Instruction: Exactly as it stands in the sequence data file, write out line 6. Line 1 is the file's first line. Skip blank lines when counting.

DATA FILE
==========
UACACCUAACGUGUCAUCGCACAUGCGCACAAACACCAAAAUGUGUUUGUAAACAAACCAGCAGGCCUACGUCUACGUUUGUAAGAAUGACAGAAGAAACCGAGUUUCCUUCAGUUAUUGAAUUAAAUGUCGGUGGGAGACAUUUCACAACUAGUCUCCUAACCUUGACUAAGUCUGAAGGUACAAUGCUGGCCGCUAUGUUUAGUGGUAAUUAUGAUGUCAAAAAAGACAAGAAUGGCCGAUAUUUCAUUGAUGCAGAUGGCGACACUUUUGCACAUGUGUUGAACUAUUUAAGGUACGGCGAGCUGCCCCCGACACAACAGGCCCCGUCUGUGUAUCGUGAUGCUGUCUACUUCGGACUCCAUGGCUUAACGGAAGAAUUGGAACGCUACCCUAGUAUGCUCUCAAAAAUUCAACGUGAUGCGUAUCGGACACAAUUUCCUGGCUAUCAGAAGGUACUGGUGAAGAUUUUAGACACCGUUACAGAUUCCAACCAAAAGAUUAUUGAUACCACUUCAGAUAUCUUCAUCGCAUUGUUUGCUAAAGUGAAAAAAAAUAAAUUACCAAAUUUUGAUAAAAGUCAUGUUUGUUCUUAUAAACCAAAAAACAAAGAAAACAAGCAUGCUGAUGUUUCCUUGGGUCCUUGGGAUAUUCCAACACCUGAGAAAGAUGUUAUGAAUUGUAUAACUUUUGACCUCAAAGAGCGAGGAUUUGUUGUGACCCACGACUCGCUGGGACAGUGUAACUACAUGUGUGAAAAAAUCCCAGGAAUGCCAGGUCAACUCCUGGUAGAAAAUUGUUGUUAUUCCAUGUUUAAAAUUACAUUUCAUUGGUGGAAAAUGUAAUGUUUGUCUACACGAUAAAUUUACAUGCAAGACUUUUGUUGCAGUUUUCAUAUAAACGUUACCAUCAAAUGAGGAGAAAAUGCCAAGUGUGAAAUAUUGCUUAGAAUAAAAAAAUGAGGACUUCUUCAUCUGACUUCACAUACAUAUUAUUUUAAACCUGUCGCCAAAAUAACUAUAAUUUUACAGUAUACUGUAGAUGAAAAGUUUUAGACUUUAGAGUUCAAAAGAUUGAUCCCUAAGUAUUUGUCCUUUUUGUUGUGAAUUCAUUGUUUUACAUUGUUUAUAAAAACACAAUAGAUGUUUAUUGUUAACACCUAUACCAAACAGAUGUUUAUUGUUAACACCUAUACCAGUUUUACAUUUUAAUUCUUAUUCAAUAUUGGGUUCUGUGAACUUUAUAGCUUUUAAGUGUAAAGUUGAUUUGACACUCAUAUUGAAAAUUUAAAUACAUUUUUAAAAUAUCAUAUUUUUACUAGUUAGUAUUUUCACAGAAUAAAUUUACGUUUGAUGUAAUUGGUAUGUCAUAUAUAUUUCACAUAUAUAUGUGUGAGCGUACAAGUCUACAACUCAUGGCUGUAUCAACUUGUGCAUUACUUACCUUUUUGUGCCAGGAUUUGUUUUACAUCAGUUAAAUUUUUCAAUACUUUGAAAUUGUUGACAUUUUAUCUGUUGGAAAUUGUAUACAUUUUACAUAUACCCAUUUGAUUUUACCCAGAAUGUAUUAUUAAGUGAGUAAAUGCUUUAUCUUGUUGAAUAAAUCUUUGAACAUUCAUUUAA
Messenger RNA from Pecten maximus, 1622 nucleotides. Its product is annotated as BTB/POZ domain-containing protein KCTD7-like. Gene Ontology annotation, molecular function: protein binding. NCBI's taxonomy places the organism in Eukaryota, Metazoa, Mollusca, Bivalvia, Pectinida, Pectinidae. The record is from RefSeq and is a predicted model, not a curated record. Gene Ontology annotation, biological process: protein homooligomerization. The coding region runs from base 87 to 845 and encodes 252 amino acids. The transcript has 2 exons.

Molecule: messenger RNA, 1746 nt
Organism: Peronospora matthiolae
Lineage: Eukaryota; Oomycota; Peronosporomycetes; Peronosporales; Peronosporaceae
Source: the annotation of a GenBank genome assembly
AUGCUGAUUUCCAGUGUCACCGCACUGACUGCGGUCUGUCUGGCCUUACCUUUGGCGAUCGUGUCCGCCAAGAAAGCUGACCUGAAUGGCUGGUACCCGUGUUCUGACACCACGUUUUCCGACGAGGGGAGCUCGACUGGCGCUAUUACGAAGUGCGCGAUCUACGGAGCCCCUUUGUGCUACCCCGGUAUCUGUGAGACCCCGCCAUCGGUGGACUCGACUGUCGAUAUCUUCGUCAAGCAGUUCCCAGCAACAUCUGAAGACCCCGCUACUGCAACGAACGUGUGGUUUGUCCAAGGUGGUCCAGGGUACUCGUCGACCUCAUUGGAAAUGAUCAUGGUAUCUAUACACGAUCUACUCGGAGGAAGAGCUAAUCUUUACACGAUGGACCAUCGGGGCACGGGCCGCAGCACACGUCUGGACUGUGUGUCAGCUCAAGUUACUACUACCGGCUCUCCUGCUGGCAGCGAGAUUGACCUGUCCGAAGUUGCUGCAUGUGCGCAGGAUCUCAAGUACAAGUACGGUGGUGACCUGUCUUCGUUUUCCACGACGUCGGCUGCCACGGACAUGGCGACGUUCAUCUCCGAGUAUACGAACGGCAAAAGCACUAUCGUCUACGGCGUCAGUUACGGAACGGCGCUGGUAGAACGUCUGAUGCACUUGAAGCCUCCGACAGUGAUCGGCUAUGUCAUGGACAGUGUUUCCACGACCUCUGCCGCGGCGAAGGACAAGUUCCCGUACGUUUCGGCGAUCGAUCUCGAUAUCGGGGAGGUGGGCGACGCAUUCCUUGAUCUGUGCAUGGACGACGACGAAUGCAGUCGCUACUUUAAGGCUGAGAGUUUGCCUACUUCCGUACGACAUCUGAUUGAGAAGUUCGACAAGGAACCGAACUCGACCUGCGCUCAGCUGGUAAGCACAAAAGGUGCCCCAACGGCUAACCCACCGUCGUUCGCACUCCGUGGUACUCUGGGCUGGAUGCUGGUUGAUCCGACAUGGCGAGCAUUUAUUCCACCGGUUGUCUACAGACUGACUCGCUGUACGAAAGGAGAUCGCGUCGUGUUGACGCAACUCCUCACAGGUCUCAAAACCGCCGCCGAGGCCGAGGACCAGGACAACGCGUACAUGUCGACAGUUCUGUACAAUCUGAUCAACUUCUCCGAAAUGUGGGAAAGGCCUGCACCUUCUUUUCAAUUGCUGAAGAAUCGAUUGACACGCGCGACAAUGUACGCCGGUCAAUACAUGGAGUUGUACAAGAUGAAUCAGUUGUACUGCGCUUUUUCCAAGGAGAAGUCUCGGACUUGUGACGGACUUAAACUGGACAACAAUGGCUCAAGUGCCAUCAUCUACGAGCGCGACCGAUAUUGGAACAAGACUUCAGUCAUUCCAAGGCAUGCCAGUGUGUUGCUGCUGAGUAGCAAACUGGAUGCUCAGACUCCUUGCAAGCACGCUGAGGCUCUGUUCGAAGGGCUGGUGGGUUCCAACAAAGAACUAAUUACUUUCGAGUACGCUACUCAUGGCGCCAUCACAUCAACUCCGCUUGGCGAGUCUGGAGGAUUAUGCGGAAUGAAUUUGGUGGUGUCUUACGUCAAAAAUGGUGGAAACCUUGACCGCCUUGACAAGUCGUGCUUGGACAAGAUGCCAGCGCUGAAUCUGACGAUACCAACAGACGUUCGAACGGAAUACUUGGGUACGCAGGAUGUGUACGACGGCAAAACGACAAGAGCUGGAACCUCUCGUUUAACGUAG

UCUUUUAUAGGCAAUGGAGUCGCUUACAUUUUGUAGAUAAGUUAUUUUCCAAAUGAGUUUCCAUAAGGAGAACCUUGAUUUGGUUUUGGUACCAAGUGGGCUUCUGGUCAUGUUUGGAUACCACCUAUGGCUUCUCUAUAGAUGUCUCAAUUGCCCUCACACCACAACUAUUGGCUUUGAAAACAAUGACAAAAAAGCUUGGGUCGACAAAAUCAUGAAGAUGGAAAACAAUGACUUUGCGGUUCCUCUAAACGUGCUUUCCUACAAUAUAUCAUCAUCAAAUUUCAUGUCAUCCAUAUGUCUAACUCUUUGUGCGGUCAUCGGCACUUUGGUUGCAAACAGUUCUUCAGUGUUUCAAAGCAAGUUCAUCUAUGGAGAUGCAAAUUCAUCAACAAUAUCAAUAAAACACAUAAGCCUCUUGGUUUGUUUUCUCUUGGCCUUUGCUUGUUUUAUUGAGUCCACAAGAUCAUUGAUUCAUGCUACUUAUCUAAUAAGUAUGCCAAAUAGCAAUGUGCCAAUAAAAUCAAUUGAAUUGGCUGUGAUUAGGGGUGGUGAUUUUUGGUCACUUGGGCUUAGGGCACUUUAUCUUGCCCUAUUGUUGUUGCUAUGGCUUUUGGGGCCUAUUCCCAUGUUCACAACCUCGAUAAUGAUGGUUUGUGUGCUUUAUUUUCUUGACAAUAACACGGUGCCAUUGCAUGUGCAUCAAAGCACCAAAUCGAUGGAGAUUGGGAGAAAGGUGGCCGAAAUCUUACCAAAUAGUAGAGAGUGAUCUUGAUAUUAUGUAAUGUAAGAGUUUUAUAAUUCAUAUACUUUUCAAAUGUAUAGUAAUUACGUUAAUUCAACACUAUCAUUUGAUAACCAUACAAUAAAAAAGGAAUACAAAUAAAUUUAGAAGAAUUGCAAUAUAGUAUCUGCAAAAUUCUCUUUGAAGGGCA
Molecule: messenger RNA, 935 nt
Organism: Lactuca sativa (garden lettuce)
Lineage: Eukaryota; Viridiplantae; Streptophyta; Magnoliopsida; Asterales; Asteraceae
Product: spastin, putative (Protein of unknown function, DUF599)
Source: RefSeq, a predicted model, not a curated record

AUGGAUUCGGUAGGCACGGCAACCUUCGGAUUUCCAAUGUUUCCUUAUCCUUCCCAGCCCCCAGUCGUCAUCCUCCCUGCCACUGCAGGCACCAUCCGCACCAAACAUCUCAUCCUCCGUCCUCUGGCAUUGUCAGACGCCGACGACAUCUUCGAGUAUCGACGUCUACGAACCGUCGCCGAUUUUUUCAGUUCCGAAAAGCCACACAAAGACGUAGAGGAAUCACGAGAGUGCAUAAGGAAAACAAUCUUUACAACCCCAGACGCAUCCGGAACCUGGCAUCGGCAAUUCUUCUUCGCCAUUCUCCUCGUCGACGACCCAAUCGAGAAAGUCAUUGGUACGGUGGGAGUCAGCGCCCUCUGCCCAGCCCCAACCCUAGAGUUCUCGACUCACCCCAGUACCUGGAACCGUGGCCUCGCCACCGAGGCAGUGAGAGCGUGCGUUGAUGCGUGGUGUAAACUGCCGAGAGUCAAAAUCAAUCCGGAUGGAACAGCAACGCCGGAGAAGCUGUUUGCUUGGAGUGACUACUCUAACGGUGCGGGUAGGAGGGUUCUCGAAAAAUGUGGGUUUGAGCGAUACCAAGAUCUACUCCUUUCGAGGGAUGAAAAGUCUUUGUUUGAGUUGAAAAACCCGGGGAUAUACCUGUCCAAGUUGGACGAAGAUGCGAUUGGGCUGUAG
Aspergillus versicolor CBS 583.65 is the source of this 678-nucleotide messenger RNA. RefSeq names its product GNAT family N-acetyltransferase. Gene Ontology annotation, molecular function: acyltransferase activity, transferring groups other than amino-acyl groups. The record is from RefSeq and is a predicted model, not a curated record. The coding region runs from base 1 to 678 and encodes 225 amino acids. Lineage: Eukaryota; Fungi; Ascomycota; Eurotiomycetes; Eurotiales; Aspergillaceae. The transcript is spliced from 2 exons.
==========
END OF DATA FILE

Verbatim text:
Source: the annotation of a GenBank genome assembly